Here’s how to check how many people have been banned from your CS:GO games

You can check how many players have been banned from Counter-Strike: Global Offensive

You can now see how many players have been banned from your Counter-Strike: Global Offensive matches thanks to new GDPR laws. Eagle-eyed players noticed you could sift through personal game data for competitive matches, casual matches, and operations last week, and when combined with a handy Google Chrome extension, the data takes on a new meaning. 

The Ban Checker for Steam extension scours your match data, which shows the leaderboard from each and every game you have played, as well as your overall stats for kills, assists, and deaths, to reveal which players have been game or VAC banned since playing with or against you.

It is important to remember though that those labelled with a VAC ban may not have cheated in Counter-Strike but could have in another game. And those with a greyed out VAC status next to their names were banned before you encountered them in matchmaking.

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As someone who has over 1,500 hours in Counter-Strike: Global Offensive, I was intrigued when I came across a Reddit thread discussing the data and wanted to try it out myself.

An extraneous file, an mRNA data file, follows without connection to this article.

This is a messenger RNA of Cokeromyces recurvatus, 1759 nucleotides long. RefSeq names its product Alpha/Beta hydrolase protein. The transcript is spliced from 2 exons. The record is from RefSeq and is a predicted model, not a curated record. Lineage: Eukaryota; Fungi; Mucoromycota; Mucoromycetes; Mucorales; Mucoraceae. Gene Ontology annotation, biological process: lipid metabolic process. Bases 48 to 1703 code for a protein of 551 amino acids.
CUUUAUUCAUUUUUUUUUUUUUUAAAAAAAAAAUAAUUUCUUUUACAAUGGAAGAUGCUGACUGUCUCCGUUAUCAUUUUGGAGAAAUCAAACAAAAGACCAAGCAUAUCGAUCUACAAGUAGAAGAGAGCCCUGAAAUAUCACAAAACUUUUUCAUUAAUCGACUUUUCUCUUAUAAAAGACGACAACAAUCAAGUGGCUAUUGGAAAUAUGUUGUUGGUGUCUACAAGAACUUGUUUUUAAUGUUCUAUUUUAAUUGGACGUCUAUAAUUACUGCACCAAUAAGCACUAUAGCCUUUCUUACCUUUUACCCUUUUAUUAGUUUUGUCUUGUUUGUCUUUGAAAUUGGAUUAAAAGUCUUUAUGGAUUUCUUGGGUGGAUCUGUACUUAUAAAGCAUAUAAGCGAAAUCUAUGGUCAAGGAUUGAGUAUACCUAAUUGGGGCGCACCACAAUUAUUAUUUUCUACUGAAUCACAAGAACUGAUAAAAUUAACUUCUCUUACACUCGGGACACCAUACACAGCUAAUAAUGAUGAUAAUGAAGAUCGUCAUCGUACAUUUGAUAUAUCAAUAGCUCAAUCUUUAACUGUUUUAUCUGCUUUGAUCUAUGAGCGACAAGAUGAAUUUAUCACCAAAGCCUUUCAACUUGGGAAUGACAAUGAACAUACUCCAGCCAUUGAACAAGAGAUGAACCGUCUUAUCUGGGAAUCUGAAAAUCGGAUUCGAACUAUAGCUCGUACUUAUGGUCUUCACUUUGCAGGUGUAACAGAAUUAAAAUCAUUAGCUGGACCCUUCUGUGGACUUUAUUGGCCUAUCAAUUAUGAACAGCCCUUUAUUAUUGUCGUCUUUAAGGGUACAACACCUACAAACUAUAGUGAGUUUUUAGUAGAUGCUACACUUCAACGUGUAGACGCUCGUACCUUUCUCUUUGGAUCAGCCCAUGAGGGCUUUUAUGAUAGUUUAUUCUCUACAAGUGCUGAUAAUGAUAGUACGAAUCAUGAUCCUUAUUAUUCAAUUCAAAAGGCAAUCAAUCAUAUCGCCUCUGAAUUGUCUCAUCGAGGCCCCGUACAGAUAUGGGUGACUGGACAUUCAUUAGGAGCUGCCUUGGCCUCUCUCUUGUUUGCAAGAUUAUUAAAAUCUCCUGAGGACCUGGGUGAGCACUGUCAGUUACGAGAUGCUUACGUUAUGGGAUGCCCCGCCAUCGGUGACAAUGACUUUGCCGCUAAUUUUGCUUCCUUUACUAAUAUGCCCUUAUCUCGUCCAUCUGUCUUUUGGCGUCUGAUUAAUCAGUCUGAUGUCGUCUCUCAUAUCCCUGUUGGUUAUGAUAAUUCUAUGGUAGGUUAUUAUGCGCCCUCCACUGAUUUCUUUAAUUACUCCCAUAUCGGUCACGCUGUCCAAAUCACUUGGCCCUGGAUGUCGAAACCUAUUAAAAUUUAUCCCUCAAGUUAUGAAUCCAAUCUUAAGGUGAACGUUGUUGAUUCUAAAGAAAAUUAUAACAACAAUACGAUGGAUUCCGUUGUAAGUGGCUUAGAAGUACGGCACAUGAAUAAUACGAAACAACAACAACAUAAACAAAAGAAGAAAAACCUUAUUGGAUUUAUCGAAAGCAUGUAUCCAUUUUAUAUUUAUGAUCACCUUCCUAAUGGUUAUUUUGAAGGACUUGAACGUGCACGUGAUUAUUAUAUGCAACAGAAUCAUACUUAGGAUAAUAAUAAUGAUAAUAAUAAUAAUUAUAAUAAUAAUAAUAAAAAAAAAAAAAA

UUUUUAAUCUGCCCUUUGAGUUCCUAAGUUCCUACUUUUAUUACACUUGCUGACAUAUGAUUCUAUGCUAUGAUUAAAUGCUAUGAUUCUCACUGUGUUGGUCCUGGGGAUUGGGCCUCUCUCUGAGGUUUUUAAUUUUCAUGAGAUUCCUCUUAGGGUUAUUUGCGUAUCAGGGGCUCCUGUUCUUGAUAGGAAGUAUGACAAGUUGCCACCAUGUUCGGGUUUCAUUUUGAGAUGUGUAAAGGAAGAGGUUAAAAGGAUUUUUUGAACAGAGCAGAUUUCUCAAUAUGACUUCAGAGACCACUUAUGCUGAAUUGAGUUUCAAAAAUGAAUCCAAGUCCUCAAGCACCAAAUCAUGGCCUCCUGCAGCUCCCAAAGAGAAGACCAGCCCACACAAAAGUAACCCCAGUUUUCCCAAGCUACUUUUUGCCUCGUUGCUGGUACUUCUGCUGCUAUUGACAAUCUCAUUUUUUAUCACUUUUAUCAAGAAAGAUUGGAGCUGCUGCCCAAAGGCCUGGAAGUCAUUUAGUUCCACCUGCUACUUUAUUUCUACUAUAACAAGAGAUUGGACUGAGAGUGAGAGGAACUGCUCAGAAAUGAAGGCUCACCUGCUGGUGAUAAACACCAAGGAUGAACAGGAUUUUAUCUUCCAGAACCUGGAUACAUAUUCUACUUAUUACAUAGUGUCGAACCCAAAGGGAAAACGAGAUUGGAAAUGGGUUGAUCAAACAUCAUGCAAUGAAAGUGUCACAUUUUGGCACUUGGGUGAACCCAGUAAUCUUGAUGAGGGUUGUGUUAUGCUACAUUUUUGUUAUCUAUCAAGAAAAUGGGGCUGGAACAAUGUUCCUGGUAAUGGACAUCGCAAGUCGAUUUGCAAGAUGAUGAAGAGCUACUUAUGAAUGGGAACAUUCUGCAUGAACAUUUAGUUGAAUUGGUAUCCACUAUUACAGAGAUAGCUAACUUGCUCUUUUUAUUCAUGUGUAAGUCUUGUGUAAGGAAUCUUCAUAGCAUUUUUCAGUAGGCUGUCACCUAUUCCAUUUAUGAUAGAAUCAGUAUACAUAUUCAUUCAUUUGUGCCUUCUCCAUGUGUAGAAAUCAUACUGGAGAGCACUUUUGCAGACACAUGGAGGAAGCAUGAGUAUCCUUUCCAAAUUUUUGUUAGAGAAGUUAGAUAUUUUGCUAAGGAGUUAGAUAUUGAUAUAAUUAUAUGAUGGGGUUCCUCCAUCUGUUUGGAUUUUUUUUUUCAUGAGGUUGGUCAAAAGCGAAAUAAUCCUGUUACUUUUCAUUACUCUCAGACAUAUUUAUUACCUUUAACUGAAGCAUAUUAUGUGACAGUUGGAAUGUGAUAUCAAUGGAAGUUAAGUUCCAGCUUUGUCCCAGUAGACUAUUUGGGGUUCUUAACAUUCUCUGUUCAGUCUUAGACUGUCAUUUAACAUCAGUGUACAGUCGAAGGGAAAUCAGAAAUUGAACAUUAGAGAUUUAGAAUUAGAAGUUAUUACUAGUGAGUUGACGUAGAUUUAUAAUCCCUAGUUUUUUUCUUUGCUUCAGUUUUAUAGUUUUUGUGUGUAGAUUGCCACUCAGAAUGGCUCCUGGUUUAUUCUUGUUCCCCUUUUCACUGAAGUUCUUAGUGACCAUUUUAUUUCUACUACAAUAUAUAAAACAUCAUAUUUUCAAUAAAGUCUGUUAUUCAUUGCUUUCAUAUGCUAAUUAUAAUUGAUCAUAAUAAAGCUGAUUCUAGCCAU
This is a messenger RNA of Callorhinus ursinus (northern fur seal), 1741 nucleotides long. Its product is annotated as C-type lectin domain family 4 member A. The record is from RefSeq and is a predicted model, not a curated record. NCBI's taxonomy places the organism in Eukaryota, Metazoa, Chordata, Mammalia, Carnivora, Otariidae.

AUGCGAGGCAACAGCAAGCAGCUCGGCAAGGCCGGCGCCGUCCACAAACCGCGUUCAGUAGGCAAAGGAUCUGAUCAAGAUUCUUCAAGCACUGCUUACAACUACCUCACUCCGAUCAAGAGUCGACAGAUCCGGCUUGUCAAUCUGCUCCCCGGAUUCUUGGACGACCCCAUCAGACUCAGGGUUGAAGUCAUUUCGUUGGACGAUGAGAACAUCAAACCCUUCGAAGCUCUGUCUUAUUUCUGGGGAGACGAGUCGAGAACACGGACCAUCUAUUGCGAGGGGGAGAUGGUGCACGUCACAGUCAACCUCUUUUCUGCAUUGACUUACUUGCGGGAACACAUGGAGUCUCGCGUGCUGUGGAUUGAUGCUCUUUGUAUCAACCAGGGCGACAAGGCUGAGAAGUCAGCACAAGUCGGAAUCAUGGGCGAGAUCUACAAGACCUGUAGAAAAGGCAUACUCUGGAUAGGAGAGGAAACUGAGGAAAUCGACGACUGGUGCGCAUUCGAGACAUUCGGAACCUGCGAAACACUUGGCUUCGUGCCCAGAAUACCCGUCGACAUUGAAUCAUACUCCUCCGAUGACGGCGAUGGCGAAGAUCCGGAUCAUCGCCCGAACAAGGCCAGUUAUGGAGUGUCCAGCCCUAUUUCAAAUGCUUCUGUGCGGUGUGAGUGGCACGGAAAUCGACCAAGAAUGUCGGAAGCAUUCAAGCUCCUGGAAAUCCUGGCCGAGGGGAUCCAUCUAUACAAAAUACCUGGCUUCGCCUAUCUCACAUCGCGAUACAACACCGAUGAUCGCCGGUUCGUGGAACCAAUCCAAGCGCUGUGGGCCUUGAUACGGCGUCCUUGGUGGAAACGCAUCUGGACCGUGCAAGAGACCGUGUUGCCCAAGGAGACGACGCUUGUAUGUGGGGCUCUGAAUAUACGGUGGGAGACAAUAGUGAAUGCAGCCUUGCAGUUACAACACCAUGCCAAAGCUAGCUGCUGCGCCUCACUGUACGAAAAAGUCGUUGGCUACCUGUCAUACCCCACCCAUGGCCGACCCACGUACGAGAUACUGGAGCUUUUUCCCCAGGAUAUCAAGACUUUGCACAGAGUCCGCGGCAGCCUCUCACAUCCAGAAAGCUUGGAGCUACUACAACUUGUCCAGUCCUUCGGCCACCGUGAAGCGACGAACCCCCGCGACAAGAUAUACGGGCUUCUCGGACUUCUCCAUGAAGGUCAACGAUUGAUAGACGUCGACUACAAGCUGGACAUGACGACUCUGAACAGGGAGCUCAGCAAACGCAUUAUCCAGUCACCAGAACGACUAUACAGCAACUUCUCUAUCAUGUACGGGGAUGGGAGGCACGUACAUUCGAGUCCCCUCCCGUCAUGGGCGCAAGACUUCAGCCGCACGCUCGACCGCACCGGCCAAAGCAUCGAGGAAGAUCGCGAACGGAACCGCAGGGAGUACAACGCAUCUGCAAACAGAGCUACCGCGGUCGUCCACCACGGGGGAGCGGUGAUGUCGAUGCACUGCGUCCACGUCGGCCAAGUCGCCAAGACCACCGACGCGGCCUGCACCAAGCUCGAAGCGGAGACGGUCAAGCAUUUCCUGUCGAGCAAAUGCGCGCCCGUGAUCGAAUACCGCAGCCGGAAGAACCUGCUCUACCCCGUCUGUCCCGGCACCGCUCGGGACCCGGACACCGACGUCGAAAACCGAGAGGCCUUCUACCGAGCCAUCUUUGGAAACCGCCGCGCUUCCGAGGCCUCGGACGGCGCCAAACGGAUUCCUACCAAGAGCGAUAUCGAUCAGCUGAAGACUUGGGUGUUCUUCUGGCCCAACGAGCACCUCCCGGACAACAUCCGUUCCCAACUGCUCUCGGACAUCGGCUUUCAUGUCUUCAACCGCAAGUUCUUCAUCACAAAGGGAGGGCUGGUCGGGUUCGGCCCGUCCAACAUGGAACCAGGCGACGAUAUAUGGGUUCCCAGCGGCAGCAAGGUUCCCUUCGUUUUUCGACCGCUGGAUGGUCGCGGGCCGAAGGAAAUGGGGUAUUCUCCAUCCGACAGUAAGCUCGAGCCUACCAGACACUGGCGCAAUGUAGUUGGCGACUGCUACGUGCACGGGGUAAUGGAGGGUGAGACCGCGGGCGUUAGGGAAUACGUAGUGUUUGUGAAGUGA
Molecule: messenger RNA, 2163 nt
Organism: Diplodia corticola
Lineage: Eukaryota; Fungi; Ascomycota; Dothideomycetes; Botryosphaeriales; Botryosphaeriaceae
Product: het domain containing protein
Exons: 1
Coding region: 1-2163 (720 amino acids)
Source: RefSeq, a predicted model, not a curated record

Quite a few people reported seeing a high ban rate from their data and sadly, the trend rang true for me too.

Across 1,666 competitive matches, I played against 11,375 others – 1,326 of which were VAC banned and 331 were game banned following our matches equalling a 12% ban rate.

Steam data showing bans

After scrolling through my match data though, it became apparent that most of bans took place in 2014 and 2015 – including five players who were VAC banned in one of my first ever matches – way before the all-important prime matchmaking system was introduced.

That data is relatively easy to find if you wanted to look for yourself. When viewing your games on Steam, click on Personal Game Data, your name and then on the Competitive Matches option. If you’ve got the Chrome extension added, you’ll need to set a custom API address (your email or Steam profile address will work), load your whole match history and then check your loaded matches for bans. It will take time, so be patient. I’d love to say it’ll be worth the wait, but the whole thing is rather depressing.

I tend to watch Counter-Strike more than I play it nowadays, so it’s difficult to compare the results over the years, but one thing is for sure – the game still has a hacking problem and we’re a long way away from solving it.

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